ECB provides easier funding for Portugal
Frankfurt, July 8, 2011
The European Central Bank (ECB) had tried to hold the line on the euro zone debt crisis, helping Portuguese banks with easier funding while opposing any measures that could leave Greece in default.
The ECB had strong words for the credit ratings agencies, who have turned the screw on struggling euro zone members, and urged the EU political leaders to do their part to resolve a crippling debt crisis which has snagged Greece, Ireland and Portugal.
The ECB, as expected, raised interest rates by 0.25 points to 1.50 per cent as expected, and president Jean-Claude Trichet signalled another increase could be in the offing later this year to tame inflation.
The ECB also suspended collateral criteria for debt issued or guaranteed by Lisbon, a move it has already taken for Greece and Ireland and which means Portuguese banks will not be cut off from central bank funds.
The euro rebounded against other major currencies on the announcement.
As for euro zone governments, Trichet stressed repeatedly that resolving the chronic debt crisis was their responsibility, not the ECB's.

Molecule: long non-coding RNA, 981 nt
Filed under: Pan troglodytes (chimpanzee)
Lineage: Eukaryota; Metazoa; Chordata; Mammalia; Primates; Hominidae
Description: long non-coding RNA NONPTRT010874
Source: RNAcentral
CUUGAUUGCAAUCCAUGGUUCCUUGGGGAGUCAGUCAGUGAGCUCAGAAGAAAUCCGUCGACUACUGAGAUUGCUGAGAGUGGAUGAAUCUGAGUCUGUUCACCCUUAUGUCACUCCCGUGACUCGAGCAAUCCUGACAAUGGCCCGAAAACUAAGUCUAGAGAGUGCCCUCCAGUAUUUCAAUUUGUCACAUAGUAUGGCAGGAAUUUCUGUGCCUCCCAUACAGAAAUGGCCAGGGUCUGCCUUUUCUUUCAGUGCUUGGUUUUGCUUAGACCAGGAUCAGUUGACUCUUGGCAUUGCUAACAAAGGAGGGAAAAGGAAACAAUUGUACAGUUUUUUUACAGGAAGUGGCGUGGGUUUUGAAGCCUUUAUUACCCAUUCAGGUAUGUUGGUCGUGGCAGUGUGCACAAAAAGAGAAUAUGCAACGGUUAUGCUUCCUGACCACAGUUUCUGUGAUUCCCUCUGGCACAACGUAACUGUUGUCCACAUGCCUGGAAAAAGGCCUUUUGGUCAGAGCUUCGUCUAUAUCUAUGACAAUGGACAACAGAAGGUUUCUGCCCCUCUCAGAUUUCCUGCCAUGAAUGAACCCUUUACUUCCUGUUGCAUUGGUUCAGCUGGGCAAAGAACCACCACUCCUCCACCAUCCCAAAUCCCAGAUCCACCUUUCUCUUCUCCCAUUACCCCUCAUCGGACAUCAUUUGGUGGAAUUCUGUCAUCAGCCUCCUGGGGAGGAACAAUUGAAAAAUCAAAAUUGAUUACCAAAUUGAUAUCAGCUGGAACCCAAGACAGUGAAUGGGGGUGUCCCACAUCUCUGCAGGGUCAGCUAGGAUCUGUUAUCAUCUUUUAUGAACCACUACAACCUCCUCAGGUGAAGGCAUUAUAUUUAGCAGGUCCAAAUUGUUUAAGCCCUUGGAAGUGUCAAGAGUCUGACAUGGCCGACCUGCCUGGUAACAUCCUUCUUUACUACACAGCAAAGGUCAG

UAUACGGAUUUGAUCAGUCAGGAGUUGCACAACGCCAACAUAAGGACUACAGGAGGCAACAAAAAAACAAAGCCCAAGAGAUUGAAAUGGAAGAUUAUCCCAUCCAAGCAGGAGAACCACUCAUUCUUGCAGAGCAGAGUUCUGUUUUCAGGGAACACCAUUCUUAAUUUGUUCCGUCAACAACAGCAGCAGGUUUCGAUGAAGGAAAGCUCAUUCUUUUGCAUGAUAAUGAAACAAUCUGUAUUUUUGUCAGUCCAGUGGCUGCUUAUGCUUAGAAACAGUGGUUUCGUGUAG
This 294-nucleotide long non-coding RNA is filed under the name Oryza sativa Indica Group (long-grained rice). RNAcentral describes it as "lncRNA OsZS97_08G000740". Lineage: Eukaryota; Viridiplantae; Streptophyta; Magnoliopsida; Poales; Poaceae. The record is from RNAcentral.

'The ECB remains on a collision course with the European finance ministers' who want private creditors to participate in a second Greek bailout,' Commerzbank chief economist Joerg Kraemer said.
The ratings agency Standard & Poor's has warned that current proposals to have banks and other private creditors rollover Greek bonds would amount to a 'selective default,' in which case the ECB would not be able to accept Greek government bonds from commercial banks as collateral against loans to them.
That would effectively sink the Greek banks and send shock waves through other weak euro zone like Ireland and Portugal, who along with Athens have also been bailed out by the EU and International Monetary Fund.
Trichet insisted that ECB governors 'are not the decision makers and we do not want to substitute for decision makers.'
But he warned that plans now being mulled by finance ministers like debt rollovers or swapping current bonds for longer-term ones could result in the sort of 'credit events' that ratings agencies would term a default.
'Credit events, or selective default, or default, we say no, full stop,' the ECB president stressed.
'We detected no signs of the ECB becoming more flexible on the selective default issue,' Morgan Stanley economist Elga Bartsch said.
'The ECB's stance make it extremely difficult for the finance ministers to realise their plans for private sector involvement' in a second Greek rescue, Kraemer added.
Ernst & Young senior economic adviser Marie Diron felt, however, that 'Trichet's comments ... were designed to appear tough, putting pressure on governments in the periphery to take action but at the same time leaving the ECB with some room for manoeuvre.'
Meanwhile, the Bank of England kept its key interest rate at a record low yesterday, as expected, and is likely to stay put for the rest of the year as the economy struggles to gain momentum.
A stream of disappointing economic data had meant the no-change verdict was a foregone conclusion and there was no market reaction.